Incline Push Ups

Get into laying position, hands on the ground, just wider than your shoulders, legs about as wide as your hips. Prop your feet up on a chair or couch so that your body is slightly inclined from feet to head. Keeping your head in a neutral position, looking down at the ground and your body in a straight line and lower your whole body until your nose touches the ground, if possible. Come back up to begin again. Repeat for 15 reps or spent.

Chief Lunges

Begin standing relaxed, arms at your sides. Perform a little hop while advancing your right leg and left leg in reverse, arriving in a jump with right knee bowed, but not past your toes, left knee twisted forward in accordance with your hip. Each hop switch legs. Do this for 20 reps, at least.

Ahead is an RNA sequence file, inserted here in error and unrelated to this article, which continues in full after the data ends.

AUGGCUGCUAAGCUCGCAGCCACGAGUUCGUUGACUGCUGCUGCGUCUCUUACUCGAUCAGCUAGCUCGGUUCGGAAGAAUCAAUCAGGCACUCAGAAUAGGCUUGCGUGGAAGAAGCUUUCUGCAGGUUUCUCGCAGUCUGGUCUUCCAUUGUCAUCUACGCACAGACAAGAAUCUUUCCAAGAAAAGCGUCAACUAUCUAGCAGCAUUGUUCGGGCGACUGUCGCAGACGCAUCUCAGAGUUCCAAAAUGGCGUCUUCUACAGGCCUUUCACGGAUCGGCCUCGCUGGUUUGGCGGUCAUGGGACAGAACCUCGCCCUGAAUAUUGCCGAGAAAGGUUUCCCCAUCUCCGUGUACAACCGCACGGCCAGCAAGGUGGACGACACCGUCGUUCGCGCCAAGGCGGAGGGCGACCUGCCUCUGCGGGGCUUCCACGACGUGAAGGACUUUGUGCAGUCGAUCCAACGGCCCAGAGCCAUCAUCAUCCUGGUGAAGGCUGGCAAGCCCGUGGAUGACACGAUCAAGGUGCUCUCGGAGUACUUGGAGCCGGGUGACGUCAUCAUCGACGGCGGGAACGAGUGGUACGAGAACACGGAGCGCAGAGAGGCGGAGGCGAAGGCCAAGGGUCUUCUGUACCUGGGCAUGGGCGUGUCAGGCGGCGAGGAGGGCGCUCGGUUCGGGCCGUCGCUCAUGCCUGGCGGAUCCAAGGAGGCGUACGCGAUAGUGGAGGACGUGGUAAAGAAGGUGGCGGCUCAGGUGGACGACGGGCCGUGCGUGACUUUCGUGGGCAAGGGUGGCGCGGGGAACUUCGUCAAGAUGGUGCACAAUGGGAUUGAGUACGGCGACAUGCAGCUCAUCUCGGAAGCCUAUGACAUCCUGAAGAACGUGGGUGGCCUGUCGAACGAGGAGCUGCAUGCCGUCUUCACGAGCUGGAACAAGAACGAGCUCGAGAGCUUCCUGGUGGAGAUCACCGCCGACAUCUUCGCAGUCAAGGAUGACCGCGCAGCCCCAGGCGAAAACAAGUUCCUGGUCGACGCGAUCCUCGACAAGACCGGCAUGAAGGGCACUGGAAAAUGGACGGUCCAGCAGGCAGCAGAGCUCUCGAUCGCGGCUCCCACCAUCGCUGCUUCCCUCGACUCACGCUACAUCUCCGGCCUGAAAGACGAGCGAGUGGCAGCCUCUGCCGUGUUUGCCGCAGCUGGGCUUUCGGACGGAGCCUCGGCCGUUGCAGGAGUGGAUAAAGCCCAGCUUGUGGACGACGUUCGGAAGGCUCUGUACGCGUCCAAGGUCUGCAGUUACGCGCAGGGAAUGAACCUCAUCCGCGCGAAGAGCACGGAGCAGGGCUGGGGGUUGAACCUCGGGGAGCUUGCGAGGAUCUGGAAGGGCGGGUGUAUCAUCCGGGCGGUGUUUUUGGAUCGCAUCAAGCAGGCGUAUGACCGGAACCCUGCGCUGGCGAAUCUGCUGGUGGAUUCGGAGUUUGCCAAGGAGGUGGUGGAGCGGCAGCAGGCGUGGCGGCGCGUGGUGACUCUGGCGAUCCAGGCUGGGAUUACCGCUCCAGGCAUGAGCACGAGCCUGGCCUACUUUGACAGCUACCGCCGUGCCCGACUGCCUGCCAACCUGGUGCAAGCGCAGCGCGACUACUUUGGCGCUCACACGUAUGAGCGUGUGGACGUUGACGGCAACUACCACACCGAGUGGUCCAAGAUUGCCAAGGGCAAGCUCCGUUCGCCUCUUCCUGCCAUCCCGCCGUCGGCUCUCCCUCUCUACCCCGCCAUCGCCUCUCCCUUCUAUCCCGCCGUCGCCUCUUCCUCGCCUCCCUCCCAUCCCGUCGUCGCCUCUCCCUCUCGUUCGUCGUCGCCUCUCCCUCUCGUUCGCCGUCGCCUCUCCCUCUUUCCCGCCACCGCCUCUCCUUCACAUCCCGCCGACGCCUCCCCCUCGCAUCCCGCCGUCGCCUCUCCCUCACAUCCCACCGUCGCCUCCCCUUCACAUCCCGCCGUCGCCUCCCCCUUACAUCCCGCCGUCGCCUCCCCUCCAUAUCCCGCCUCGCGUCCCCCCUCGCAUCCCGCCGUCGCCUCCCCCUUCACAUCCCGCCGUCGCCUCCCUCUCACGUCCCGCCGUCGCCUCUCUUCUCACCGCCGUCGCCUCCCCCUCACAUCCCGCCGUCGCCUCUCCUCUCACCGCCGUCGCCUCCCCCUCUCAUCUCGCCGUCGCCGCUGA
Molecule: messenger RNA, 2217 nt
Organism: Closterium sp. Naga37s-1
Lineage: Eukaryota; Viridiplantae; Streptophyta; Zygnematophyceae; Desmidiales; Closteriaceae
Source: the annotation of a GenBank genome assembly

Tricep Dips

Get onto all fours, knees twisted 90 degrees over your toes, hands on the ground under your shoulders, making sure your back is straight so your center is parallel to the ground. Keeping your elbows tucked in, curve them to bring down your butt as near the ground as you can get. Push back up. Do this for at least 20 reps.


Begin standing. Place your hands on the ground and bounce your legs in reverse until they are completely out, so you wind up in a press-up position. Rapidly bounce your legs back towards your hands. Stand up rapidly and bounce with hands raised up to the roof. Start again instantly when you arrive at the hop.  Do this for 30 second intervals.

BONUS – Equipment needed!

Barbell Complexes

If you have access to basic gym equipment, you can incorporate this simple exercise into your HIIT routine, too.  You can save this one for one last obstacle at the end of your training.  This can be done with an empty barbell or with added weight, if you feel there are not challenging enough.